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US Sees Putin Nuke Threat as Posturing

While the United States and Russia currently have only one bilateral nuclear treaty known as New START — meant to limit the number of deployed strategic weapons in each country — the agreement does not include the tactical armaments.
Less than a week before Russian troops moved into Ukraine, the Kremlin held simulated nuclear weapon launches.
Less than a week before Russian troops moved into Ukraine, the Kremlin held simulated nuclear weapon launches.

Russia has said it deployed extra personnel to its nuclear forces, upping the geopolitical stakes as its invasion of Ukraine entered its fifth day. 

But Western nations aren’t taking the bait, with President Biden telling Americans on Monday they should not fear nuclear war, a posture that experts say may help avoid a dangerous escalation of rhetoric.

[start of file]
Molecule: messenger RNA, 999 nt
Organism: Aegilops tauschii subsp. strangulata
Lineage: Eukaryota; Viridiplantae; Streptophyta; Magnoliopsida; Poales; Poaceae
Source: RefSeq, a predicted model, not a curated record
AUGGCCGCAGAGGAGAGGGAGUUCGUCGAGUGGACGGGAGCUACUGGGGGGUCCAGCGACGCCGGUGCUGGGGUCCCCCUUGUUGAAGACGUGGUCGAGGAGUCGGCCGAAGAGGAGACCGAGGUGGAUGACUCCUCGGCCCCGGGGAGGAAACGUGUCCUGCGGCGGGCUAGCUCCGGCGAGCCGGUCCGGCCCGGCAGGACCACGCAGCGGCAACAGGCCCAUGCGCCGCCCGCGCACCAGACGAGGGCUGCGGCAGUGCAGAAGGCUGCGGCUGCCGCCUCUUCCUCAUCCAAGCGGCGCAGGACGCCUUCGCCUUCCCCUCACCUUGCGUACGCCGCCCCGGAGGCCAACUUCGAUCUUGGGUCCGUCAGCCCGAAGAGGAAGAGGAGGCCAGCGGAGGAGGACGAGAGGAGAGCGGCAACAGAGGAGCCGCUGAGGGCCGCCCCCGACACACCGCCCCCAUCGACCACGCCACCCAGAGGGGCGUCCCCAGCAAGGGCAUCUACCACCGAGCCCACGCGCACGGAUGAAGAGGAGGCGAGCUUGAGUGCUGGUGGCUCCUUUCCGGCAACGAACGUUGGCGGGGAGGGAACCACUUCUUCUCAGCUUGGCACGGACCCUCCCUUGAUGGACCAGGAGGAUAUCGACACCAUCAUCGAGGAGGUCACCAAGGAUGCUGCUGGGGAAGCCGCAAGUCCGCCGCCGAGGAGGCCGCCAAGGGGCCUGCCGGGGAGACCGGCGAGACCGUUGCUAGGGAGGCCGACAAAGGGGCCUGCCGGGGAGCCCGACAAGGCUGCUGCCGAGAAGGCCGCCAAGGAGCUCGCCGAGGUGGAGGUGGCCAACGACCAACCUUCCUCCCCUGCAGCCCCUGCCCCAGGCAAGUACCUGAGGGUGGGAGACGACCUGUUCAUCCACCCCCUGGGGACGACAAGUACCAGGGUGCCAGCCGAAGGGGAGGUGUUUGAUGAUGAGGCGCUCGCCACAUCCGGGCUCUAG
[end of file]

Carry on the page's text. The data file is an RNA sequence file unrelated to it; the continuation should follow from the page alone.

Moscow’s defense ministry Monday said those overseeing its nuclear arsenal “began to carry out combat duty with reinforced personnel,” meaning the Kremlin’s nuclear weapons would be more ready to launch. 

The escalatory move comes in the face of universal condemnation and painful sanctions against Russia from Western powers, as the Kremlin struggles to take the capital city of Kyiv.

U.S. officials, however, have played down the nuclear threats as posturing, with the White House noting that it was “not going to indulge in” the rhetoric. 

“At this time, we see no reason to change our own alert levels,” press secretary Jen Psaki told reporters at her daily press briefing, adding that “a nuclear war cannot be won and must never be fought.” 

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